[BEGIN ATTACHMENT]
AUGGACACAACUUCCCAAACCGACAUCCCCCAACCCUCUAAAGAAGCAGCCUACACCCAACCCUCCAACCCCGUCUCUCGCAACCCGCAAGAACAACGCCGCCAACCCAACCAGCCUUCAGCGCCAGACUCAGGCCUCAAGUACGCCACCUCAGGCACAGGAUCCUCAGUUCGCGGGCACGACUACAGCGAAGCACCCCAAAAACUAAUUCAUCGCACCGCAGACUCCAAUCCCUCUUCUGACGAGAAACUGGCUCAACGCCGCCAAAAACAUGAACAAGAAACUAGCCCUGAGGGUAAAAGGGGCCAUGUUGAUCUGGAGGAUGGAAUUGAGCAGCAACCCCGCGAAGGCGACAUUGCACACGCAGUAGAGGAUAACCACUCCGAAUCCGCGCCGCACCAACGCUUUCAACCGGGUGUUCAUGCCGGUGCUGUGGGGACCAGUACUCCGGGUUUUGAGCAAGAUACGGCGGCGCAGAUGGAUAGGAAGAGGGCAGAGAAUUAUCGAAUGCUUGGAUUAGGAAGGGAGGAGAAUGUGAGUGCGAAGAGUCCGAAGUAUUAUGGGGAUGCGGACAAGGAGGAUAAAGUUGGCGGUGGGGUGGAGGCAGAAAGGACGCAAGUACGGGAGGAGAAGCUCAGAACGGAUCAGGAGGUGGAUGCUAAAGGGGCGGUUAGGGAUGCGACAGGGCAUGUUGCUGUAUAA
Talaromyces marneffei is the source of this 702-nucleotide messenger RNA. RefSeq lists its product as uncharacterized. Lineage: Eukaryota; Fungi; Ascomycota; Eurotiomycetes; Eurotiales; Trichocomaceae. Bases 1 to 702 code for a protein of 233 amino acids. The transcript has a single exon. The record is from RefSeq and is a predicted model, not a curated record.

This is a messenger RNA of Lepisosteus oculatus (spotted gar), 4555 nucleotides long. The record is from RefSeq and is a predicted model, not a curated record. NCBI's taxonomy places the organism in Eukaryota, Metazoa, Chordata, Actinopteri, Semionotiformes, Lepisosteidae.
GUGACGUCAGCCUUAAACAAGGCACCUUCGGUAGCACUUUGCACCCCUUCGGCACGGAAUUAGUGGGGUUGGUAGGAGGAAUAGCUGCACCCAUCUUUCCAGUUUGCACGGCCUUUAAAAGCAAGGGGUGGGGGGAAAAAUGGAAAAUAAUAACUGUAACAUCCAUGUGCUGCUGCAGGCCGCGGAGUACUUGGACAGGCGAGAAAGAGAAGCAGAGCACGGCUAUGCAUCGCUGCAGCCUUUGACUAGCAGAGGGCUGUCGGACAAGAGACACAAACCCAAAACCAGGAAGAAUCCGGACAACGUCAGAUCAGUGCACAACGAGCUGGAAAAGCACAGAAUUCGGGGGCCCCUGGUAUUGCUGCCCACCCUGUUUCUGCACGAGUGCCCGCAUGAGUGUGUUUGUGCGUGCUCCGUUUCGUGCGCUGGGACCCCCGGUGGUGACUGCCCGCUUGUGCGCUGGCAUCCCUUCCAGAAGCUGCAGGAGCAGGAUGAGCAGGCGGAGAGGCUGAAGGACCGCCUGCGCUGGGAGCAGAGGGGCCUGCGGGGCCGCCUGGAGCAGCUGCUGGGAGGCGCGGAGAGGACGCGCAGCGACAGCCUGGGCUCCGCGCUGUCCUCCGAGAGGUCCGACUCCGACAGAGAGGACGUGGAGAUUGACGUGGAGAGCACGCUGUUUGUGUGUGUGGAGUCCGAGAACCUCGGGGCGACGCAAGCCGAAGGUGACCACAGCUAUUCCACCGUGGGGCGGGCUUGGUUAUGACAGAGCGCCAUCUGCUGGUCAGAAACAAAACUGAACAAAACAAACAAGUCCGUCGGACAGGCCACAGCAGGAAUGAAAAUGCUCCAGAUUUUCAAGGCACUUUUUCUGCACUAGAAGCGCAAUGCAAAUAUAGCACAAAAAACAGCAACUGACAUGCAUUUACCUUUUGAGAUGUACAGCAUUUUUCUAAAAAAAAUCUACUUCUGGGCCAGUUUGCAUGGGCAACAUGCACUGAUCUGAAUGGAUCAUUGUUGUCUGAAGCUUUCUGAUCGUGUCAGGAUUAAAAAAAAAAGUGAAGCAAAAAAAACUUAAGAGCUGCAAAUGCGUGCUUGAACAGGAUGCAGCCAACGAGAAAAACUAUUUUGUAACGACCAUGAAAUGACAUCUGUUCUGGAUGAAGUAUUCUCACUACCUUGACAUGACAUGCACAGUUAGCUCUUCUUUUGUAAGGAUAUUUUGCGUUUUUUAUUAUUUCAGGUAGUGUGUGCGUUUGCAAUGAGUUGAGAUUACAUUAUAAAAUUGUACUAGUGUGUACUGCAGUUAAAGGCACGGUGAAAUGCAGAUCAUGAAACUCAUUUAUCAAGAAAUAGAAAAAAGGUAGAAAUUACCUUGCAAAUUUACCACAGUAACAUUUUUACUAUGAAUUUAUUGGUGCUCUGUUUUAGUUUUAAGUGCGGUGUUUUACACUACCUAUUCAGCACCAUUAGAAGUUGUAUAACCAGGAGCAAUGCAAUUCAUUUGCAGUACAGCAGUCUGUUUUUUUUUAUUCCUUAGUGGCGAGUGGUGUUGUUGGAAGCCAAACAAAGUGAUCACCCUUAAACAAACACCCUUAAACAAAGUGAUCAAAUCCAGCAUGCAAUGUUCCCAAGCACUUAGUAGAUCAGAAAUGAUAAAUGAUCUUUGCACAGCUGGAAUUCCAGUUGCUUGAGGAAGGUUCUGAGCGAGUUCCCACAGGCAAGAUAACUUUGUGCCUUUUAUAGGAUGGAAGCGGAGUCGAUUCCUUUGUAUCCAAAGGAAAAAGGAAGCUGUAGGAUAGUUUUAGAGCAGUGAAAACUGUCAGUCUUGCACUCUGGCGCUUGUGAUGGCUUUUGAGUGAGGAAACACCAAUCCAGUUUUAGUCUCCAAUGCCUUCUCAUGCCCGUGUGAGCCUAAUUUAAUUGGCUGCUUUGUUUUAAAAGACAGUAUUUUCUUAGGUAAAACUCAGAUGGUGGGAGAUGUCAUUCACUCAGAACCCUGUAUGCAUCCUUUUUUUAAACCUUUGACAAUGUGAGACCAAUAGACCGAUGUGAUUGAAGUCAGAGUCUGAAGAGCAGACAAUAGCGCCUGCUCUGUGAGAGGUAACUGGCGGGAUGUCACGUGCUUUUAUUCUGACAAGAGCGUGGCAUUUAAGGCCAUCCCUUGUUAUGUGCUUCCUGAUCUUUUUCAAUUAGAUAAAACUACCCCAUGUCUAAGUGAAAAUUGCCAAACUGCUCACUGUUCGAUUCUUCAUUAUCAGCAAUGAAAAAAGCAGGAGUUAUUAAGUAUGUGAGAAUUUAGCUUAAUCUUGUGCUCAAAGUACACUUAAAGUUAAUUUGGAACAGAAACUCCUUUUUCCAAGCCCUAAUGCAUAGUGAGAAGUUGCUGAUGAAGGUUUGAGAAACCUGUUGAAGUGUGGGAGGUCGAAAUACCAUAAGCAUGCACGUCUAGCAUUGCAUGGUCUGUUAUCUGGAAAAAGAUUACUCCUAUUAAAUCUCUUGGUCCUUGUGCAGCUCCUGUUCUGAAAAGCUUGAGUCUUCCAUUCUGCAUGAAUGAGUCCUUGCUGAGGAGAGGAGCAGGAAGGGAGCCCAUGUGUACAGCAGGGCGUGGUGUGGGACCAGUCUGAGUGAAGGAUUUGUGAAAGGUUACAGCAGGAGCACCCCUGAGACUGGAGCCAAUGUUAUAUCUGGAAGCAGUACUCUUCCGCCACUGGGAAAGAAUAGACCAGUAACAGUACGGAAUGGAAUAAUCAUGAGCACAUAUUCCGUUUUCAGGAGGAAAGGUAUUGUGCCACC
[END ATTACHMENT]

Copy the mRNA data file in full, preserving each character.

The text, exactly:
AUGGACACAACUUCCCAAACCGACAUCCCCCAACCCUCUAAAGAAGCAGCCUACACCCAACCCUCCAACCCCGUCUCUCGCAACCCGCAAGAACAACGCCGCCAACCCAACCAGCCUUCAGCGCCAGACUCAGGCCUCAAGUACGCCACCUCAGGCACAGGAUCCUCAGUUCGCGGGCACGACUACAGCGAAGCACCCCAAAAACUAAUUCAUCGCACCGCAGACUCCAAUCCCUCUUCUGACGAGAAACUGGCUCAACGCCGCCAAAAACAUGAACAAGAAACUAGCCCUGAGGGUAAAAGGGGCCAUGUUGAUCUGGAGGAUGGAAUUGAGCAGCAACCCCGCGAAGGCGACAUUGCACACGCAGUAGAGGAUAACCACUCCGAAUCCGCGCCGCACCAACGCUUUCAACCGGGUGUUCAUGCCGGUGCUGUGGGGACCAGUACUCCGGGUUUUGAGCAAGAUACGGCGGCGCAGAUGGAUAGGAAGAGGGCAGAGAAUUAUCGAAUGCUUGGAUUAGGAAGGGAGGAGAAUGUGAGUGCGAAGAGUCCGAAGUAUUAUGGGGAUGCGGACAAGGAGGAUAAAGUUGGCGGUGGGGUGGAGGCAGAAAGGACGCAAGUACGGGAGGAGAAGCUCAGAACGGAUCAGGAGGUGGAUGCUAAAGGGGCGGUUAGGGAUGCGACAGGGCAUGUUGCUGUAUAA
Talaromyces marneffei is the source of this 702-nucleotide messenger RNA. RefSeq lists its product as uncharacterized. Lineage: Eukaryota; Fungi; Ascomycota; Eurotiomycetes; Eurotiales; Trichocomaceae. Bases 1 to 702 code for a protein of 233 amino acids. The transcript has a single exon. The record is from RefSeq and is a predicted model, not a curated record.

This is a messenger RNA of Lepisosteus oculatus (spotted gar), 4555 nucleotides long. The record is from RefSeq and is a predicted model, not a curated record. NCBI's taxonomy places the organism in Eukaryota, Metazoa, Chordata, Actinopteri, Semionotiformes, Lepisosteidae.
GUGACGUCAGCCUUAAACAAGGCACCUUCGGUAGCACUUUGCACCCCUUCGGCACGGAAUUAGUGGGGUUGGUAGGAGGAAUAGCUGCACCCAUCUUUCCAGUUUGCACGGCCUUUAAAAGCAAGGGGUGGGGGGAAAAAUGGAAAAUAAUAACUGUAACAUCCAUGUGCUGCUGCAGGCCGCGGAGUACUUGGACAGGCGAGAAAGAGAAGCAGAGCACGGCUAUGCAUCGCUGCAGCCUUUGACUAGCAGAGGGCUGUCGGACAAGAGACACAAACCCAAAACCAGGAAGAAUCCGGACAACGUCAGAUCAGUGCACAACGAGCUGGAAAAGCACAGAAUUCGGGGGCCCCUGGUAUUGCUGCCCACCCUGUUUCUGCACGAGUGCCCGCAUGAGUGUGUUUGUGCGUGCUCCGUUUCGUGCGCUGGGACCCCCGGUGGUGACUGCCCGCUUGUGCGCUGGCAUCCCUUCCAGAAGCUGCAGGAGCAGGAUGAGCAGGCGGAGAGGCUGAAGGACCGCCUGCGCUGGGAGCAGAGGGGCCUGCGGGGCCGCCUGGAGCAGCUGCUGGGAGGCGCGGAGAGGACGCGCAGCGACAGCCUGGGCUCCGCGCUGUCCUCCGAGAGGUCCGACUCCGACAGAGAGGACGUGGAGAUUGACGUGGAGAGCACGCUGUUUGUGUGUGUGGAGUCCGAGAACCUCGGGGCGACGCAAGCCGAAGGUGACCACAGCUAUUCCACCGUGGGGCGGGCUUGGUUAUGACAGAGCGCCAUCUGCUGGUCAGAAACAAAACUGAACAAAACAAACAAGUCCGUCGGACAGGCCACAGCAGGAAUGAAAAUGCUCCAGAUUUUCAAGGCACUUUUUCUGCACUAGAAGCGCAAUGCAAAUAUAGCACAAAAAACAGCAACUGACAUGCAUUUACCUUUUGAGAUGUACAGCAUUUUUCUAAAAAAAAUCUACUUCUGGGCCAGUUUGCAUGGGCAACAUGCACUGAUCUGAAUGGAUCAUUGUUGUCUGAAGCUUUCUGAUCGUGUCAGGAUUAAAAAAAAAAGUGAAGCAAAAAAAACUUAAGAGCUGCAAAUGCGUGCUUGAACAGGAUGCAGCCAACGAGAAAAACUAUUUUGUAACGACCAUGAAAUGACAUCUGUUCUGGAUGAAGUAUUCUCACUACCUUGACAUGACAUGCACAGUUAGCUCUUCUUUUGUAAGGAUAUUUUGCGUUUUUUAUUAUUUCAGGUAGUGUGUGCGUUUGCAAUGAGUUGAGAUUACAUUAUAAAAUUGUACUAGUGUGUACUGCAGUUAAAGGCACGGUGAAAUGCAGAUCAUGAAACUCAUUUAUCAAGAAAUAGAAAAAAGGUAGAAAUUACCUUGCAAAUUUACCACAGUAACAUUUUUACUAUGAAUUUAUUGGUGCUCUGUUUUAGUUUUAAGUGCGGUGUUUUACACUACCUAUUCAGCACCAUUAGAAGUUGUAUAACCAGGAGCAAUGCAAUUCAUUUGCAGUACAGCAGUCUGUUUUUUUUUAUUCCUUAGUGGCGAGUGGUGUUGUUGGAAGCCAAACAAAGUGAUCACCCUUAAACAAACACCCUUAAACAAAGUGAUCAAAUCCAGCAUGCAAUGUUCCCAAGCACUUAGUAGAUCAGAAAUGAUAAAUGAUCUUUGCACAGCUGGAAUUCCAGUUGCUUGAGGAAGGUUCUGAGCGAGUUCCCACAGGCAAGAUAACUUUGUGCCUUUUAUAGGAUGGAAGCGGAGUCGAUUCCUUUGUAUCCAAAGGAAAAAGGAAGCUGUAGGAUAGUUUUAGAGCAGUGAAAACUGUCAGUCUUGCACUCUGGCGCUUGUGAUGGCUUUUGAGUGAGGAAACACCAAUCCAGUUUUAGUCUCCAAUGCCUUCUCAUGCCCGUGUGAGCCUAAUUUAAUUGGCUGCUUUGUUUUAAAAGACAGUAUUUUCUUAGGUAAAACUCAGAUGGUGGGAGAUGUCAUUCACUCAGAACCCUGUAUGCAUCCUUUUUUUAAACCUUUGACAAUGUGAGACCAAUAGACCGAUGUGAUUGAAGUCAGAGUCUGAAGAGCAGACAAUAGCGCCUGCUCUGUGAGAGGUAACUGGCGGGAUGUCACGUGCUUUUAUUCUGACAAGAGCGUGGCAUUUAAGGCCAUCCCUUGUUAUGUGCUUCCUGAUCUUUUUCAAUUAGAUAAAACUACCCCAUGUCUAAGUGAAAAUUGCCAAACUGCUCACUGUUCGAUUCUUCAUUAUCAGCAAUGAAAAAAGCAGGAGUUAUUAAGUAUGUGAGAAUUUAGCUUAAUCUUGUGCUCAAAGUACACUUAAAGUUAAUUUGGAACAGAAACUCCUUUUUCCAAGCCCUAAUGCAUAGUGAGAAGUUGCUGAUGAAGGUUUGAGAAACCUGUUGAAGUGUGGGAGGUCGAAAUACCAUAAGCAUGCACGUCUAGCAUUGCAUGGUCUGUUAUCUGGAAAAAGAUUACUCCUAUUAAAUCUCUUGGUCCUUGUGCAGCUCCUGUUCUGAAAAGCUUGAGUCUUCCAUUCUGCAUGAAUGAGUCCUUGCUGAGGAGAGGAGCAGGAAGGGAGCCCAUGUGUACAGCAGGGCGUGGUGUGGGACCAGUCUGAGUGAAGGAUUUGUGAAAGGUUACAGCAGGAGCACCCCUGAGACUGGAGCCAAUGUUAUAUCUGGAAGCAGUACUCUUCCGCCACUGGGAAAGAAUAGACCAGUAACAGUACGGAAUGGAAUAAUCAUGAGCACAUAUUCCGUUUUCAGGAGGAAAGGUAUUGUGCCACC